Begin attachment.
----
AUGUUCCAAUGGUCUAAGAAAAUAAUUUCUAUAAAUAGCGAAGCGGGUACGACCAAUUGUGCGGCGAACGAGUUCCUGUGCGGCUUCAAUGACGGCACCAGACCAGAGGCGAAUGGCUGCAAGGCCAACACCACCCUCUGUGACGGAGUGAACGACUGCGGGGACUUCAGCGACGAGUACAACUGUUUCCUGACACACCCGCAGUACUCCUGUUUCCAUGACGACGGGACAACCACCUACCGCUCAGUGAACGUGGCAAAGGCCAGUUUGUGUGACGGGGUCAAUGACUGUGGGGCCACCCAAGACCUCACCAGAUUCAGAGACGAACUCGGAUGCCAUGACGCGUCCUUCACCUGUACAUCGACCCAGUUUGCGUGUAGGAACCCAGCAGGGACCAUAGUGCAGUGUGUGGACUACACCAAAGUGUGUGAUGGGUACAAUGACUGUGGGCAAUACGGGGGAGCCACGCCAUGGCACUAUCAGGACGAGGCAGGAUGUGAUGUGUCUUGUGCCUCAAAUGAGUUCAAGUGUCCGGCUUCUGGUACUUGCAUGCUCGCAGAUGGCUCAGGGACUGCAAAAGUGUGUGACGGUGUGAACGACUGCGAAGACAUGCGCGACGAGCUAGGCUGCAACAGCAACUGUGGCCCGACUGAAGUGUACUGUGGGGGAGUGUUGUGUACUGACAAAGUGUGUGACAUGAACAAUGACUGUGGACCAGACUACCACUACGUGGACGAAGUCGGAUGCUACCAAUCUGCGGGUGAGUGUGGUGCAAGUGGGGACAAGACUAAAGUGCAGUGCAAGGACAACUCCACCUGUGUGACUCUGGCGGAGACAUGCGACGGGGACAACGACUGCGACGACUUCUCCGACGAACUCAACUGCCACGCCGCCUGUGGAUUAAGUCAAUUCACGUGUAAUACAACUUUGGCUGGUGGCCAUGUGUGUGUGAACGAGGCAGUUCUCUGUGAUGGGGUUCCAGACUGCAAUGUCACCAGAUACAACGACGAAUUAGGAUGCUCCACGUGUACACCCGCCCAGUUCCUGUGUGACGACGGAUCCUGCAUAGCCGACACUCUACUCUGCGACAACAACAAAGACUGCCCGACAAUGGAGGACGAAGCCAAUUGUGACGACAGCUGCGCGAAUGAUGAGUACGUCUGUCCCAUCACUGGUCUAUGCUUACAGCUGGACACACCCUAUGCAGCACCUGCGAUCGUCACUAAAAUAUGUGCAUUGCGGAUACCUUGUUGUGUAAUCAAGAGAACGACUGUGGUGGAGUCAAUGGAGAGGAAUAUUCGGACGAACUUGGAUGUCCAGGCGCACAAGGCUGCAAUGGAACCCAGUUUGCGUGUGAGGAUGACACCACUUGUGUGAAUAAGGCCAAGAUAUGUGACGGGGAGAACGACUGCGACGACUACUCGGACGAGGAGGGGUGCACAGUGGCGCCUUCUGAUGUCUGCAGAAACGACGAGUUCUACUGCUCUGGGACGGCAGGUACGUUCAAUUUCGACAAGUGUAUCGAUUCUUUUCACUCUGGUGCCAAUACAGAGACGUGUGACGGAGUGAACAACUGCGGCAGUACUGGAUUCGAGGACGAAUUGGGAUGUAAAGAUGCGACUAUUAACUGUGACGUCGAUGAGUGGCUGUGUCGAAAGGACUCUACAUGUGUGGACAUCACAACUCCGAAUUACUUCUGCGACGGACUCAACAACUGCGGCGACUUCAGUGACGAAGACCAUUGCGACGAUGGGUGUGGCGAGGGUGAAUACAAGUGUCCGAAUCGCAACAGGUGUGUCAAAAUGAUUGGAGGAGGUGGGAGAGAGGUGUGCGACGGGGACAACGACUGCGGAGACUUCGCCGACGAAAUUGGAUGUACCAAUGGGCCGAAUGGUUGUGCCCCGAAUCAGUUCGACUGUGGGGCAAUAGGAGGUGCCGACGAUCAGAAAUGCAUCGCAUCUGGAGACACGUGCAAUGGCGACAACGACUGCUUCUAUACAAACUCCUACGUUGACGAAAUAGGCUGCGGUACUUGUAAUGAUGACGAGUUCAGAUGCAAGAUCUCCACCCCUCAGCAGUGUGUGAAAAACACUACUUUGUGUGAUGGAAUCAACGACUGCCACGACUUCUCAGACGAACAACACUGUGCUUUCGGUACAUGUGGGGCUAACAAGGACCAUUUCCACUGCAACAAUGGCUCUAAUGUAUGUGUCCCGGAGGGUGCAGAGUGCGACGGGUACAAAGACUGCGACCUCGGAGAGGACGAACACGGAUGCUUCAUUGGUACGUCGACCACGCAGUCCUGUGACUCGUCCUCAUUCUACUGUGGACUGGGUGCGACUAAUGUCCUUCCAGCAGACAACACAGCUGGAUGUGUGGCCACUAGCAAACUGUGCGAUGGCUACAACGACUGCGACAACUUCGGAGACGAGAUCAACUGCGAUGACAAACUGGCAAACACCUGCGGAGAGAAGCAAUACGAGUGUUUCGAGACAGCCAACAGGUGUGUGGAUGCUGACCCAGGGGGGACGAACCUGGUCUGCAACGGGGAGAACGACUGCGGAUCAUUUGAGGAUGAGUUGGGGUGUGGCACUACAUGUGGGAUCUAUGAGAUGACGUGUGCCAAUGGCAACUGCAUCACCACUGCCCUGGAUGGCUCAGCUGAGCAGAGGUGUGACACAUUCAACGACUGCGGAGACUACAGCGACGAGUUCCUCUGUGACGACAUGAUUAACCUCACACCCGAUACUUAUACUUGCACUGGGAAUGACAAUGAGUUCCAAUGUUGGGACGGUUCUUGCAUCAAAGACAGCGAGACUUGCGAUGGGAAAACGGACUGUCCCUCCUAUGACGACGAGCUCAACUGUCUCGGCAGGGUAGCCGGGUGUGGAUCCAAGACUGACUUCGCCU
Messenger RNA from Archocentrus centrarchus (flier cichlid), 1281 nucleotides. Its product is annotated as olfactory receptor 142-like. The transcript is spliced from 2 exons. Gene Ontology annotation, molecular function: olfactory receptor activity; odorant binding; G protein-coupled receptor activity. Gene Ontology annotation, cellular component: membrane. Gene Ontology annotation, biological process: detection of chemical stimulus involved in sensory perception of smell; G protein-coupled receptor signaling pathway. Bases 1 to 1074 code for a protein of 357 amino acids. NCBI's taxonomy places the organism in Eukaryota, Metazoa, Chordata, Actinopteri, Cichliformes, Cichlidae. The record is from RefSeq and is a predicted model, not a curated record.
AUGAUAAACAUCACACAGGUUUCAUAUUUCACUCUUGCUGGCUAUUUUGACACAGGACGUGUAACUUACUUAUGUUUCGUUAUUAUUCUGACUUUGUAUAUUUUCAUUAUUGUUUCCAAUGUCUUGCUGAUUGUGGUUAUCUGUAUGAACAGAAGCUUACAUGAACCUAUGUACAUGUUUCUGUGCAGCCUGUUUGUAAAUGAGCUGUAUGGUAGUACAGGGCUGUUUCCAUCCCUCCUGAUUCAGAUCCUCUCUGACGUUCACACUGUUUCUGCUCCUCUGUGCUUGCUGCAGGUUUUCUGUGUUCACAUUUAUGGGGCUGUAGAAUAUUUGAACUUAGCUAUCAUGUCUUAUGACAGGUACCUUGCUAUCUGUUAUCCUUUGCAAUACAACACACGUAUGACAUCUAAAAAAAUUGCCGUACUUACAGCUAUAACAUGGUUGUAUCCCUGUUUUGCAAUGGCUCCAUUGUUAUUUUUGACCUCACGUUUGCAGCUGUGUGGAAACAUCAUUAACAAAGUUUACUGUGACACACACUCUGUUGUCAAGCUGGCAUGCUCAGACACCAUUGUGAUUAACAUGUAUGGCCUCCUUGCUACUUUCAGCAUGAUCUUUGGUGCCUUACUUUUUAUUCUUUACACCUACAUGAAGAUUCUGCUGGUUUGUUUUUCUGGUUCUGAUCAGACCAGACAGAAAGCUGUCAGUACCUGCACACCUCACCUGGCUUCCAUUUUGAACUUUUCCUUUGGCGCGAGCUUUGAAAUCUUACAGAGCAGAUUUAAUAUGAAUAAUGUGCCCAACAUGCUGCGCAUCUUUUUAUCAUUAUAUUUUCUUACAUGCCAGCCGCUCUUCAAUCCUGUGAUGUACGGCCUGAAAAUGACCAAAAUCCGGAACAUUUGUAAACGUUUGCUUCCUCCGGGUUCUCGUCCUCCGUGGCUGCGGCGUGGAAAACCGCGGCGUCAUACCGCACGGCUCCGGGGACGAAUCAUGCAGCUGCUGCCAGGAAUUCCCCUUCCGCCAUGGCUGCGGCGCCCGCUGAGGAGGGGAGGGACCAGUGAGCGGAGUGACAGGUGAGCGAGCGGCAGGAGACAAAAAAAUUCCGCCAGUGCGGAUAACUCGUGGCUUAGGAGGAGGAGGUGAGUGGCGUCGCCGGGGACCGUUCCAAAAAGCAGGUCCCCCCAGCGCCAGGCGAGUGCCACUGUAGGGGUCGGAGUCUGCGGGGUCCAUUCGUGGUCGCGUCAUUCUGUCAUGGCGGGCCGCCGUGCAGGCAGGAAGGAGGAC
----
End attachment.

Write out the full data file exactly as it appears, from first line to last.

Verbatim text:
AUGUUCCAAUGGUCUAAGAAAAUAAUUUCUAUAAAUAGCGAAGCGGGUACGACCAAUUGUGCGGCGAACGAGUUCCUGUGCGGCUUCAAUGACGGCACCAGACCAGAGGCGAAUGGCUGCAAGGCCAACACCACCCUCUGUGACGGAGUGAACGACUGCGGGGACUUCAGCGACGAGUACAACUGUUUCCUGACACACCCGCAGUACUCCUGUUUCCAUGACGACGGGACAACCACCUACCGCUCAGUGAACGUGGCAAAGGCCAGUUUGUGUGACGGGGUCAAUGACUGUGGGGCCACCCAAGACCUCACCAGAUUCAGAGACGAACUCGGAUGCCAUGACGCGUCCUUCACCUGUACAUCGACCCAGUUUGCGUGUAGGAACCCAGCAGGGACCAUAGUGCAGUGUGUGGACUACACCAAAGUGUGUGAUGGGUACAAUGACUGUGGGCAAUACGGGGGAGCCACGCCAUGGCACUAUCAGGACGAGGCAGGAUGUGAUGUGUCUUGUGCCUCAAAUGAGUUCAAGUGUCCGGCUUCUGGUACUUGCAUGCUCGCAGAUGGCUCAGGGACUGCAAAAGUGUGUGACGGUGUGAACGACUGCGAAGACAUGCGCGACGAGCUAGGCUGCAACAGCAACUGUGGCCCGACUGAAGUGUACUGUGGGGGAGUGUUGUGUACUGACAAAGUGUGUGACAUGAACAAUGACUGUGGACCAGACUACCACUACGUGGACGAAGUCGGAUGCUACCAAUCUGCGGGUGAGUGUGGUGCAAGUGGGGACAAGACUAAAGUGCAGUGCAAGGACAACUCCACCUGUGUGACUCUGGCGGAGACAUGCGACGGGGACAACGACUGCGACGACUUCUCCGACGAACUCAACUGCCACGCCGCCUGUGGAUUAAGUCAAUUCACGUGUAAUACAACUUUGGCUGGUGGCCAUGUGUGUGUGAACGAGGCAGUUCUCUGUGAUGGGGUUCCAGACUGCAAUGUCACCAGAUACAACGACGAAUUAGGAUGCUCCACGUGUACACCCGCCCAGUUCCUGUGUGACGACGGAUCCUGCAUAGCCGACACUCUACUCUGCGACAACAACAAAGACUGCCCGACAAUGGAGGACGAAGCCAAUUGUGACGACAGCUGCGCGAAUGAUGAGUACGUCUGUCCCAUCACUGGUCUAUGCUUACAGCUGGACACACCCUAUGCAGCACCUGCGAUCGUCACUAAAAUAUGUGCAUUGCGGAUACCUUGUUGUGUAAUCAAGAGAACGACUGUGGUGGAGUCAAUGGAGAGGAAUAUUCGGACGAACUUGGAUGUCCAGGCGCACAAGGCUGCAAUGGAACCCAGUUUGCGUGUGAGGAUGACACCACUUGUGUGAAUAAGGCCAAGAUAUGUGACGGGGAGAACGACUGCGACGACUACUCGGACGAGGAGGGGUGCACAGUGGCGCCUUCUGAUGUCUGCAGAAACGACGAGUUCUACUGCUCUGGGACGGCAGGUACGUUCAAUUUCGACAAGUGUAUCGAUUCUUUUCACUCUGGUGCCAAUACAGAGACGUGUGACGGAGUGAACAACUGCGGCAGUACUGGAUUCGAGGACGAAUUGGGAUGUAAAGAUGCGACUAUUAACUGUGACGUCGAUGAGUGGCUGUGUCGAAAGGACUCUACAUGUGUGGACAUCACAACUCCGAAUUACUUCUGCGACGGACUCAACAACUGCGGCGACUUCAGUGACGAAGACCAUUGCGACGAUGGGUGUGGCGAGGGUGAAUACAAGUGUCCGAAUCGCAACAGGUGUGUCAAAAUGAUUGGAGGAGGUGGGAGAGAGGUGUGCGACGGGGACAACGACUGCGGAGACUUCGCCGACGAAAUUGGAUGUACCAAUGGGCCGAAUGGUUGUGCCCCGAAUCAGUUCGACUGUGGGGCAAUAGGAGGUGCCGACGAUCAGAAAUGCAUCGCAUCUGGAGACACGUGCAAUGGCGACAACGACUGCUUCUAUACAAACUCCUACGUUGACGAAAUAGGCUGCGGUACUUGUAAUGAUGACGAGUUCAGAUGCAAGAUCUCCACCCCUCAGCAGUGUGUGAAAAACACUACUUUGUGUGAUGGAAUCAACGACUGCCACGACUUCUCAGACGAACAACACUGUGCUUUCGGUACAUGUGGGGCUAACAAGGACCAUUUCCACUGCAACAAUGGCUCUAAUGUAUGUGUCCCGGAGGGUGCAGAGUGCGACGGGUACAAAGACUGCGACCUCGGAGAGGACGAACACGGAUGCUUCAUUGGUACGUCGACCACGCAGUCCUGUGACUCGUCCUCAUUCUACUGUGGACUGGGUGCGACUAAUGUCCUUCCAGCAGACAACACAGCUGGAUGUGUGGCCACUAGCAAACUGUGCGAUGGCUACAACGACUGCGACAACUUCGGAGACGAGAUCAACUGCGAUGACAAACUGGCAAACACCUGCGGAGAGAAGCAAUACGAGUGUUUCGAGACAGCCAACAGGUGUGUGGAUGCUGACCCAGGGGGGACGAACCUGGUCUGCAACGGGGAGAACGACUGCGGAUCAUUUGAGGAUGAGUUGGGGUGUGGCACUACAUGUGGGAUCUAUGAGAUGACGUGUGCCAAUGGCAACUGCAUCACCACUGCCCUGGAUGGCUCAGCUGAGCAGAGGUGUGACACAUUCAACGACUGCGGAGACUACAGCGACGAGUUCCUCUGUGACGACAUGAUUAACCUCACACCCGAUACUUAUACUUGCACUGGGAAUGACAAUGAGUUCCAAUGUUGGGACGGUUCUUGCAUCAAAGACAGCGAGACUUGCGAUGGGAAAACGGACUGUCCCUCCUAUGACGACGAGCUCAACUGUCUCGGCAGGGUAGCCGGGUGUGGAUCCAAGACUGACUUCGCCU
Messenger RNA from Archocentrus centrarchus (flier cichlid), 1281 nucleotides. Its product is annotated as olfactory receptor 142-like. The transcript is spliced from 2 exons. Gene Ontology annotation, molecular function: olfactory receptor activity; odorant binding; G protein-coupled receptor activity. Gene Ontology annotation, cellular component: membrane. Gene Ontology annotation, biological process: detection of chemical stimulus involved in sensory perception of smell; G protein-coupled receptor signaling pathway. Bases 1 to 1074 code for a protein of 357 amino acids. NCBI's taxonomy places the organism in Eukaryota, Metazoa, Chordata, Actinopteri, Cichliformes, Cichlidae. The record is from RefSeq and is a predicted model, not a curated record.
AUGAUAAACAUCACACAGGUUUCAUAUUUCACUCUUGCUGGCUAUUUUGACACAGGACGUGUAACUUACUUAUGUUUCGUUAUUAUUCUGACUUUGUAUAUUUUCAUUAUUGUUUCCAAUGUCUUGCUGAUUGUGGUUAUCUGUAUGAACAGAAGCUUACAUGAACCUAUGUACAUGUUUCUGUGCAGCCUGUUUGUAAAUGAGCUGUAUGGUAGUACAGGGCUGUUUCCAUCCCUCCUGAUUCAGAUCCUCUCUGACGUUCACACUGUUUCUGCUCCUCUGUGCUUGCUGCAGGUUUUCUGUGUUCACAUUUAUGGGGCUGUAGAAUAUUUGAACUUAGCUAUCAUGUCUUAUGACAGGUACCUUGCUAUCUGUUAUCCUUUGCAAUACAACACACGUAUGACAUCUAAAAAAAUUGCCGUACUUACAGCUAUAACAUGGUUGUAUCCCUGUUUUGCAAUGGCUCCAUUGUUAUUUUUGACCUCACGUUUGCAGCUGUGUGGAAACAUCAUUAACAAAGUUUACUGUGACACACACUCUGUUGUCAAGCUGGCAUGCUCAGACACCAUUGUGAUUAACAUGUAUGGCCUCCUUGCUACUUUCAGCAUGAUCUUUGGUGCCUUACUUUUUAUUCUUUACACCUACAUGAAGAUUCUGCUGGUUUGUUUUUCUGGUUCUGAUCAGACCAGACAGAAAGCUGUCAGUACCUGCACACCUCACCUGGCUUCCAUUUUGAACUUUUCCUUUGGCGCGAGCUUUGAAAUCUUACAGAGCAGAUUUAAUAUGAAUAAUGUGCCCAACAUGCUGCGCAUCUUUUUAUCAUUAUAUUUUCUUACAUGCCAGCCGCUCUUCAAUCCUGUGAUGUACGGCCUGAAAAUGACCAAAAUCCGGAACAUUUGUAAACGUUUGCUUCCUCCGGGUUCUCGUCCUCCGUGGCUGCGGCGUGGAAAACCGCGGCGUCAUACCGCACGGCUCCGGGGACGAAUCAUGCAGCUGCUGCCAGGAAUUCCCCUUCCGCCAUGGCUGCGGCGCCCGCUGAGGAGGGGAGGGACCAGUGAGCGGAGUGACAGGUGAGCGAGCGGCAGGAGACAAAAAAAUUCCGCCAGUGCGGAUAACUCGUGGCUUAGGAGGAGGAGGUGAGUGGCGUCGCCGGGGACCGUUCCAAAAAGCAGGUCCCCCCAGCGCCAGGCGAGUGCCACUGUAGGGGUCGGAGUCUGCGGGGUCCAUUCGUGGUCGCGUCAUUCUGUCAUGGCGGGCCGCCGUGCAGGCAGGAAGGAGGAC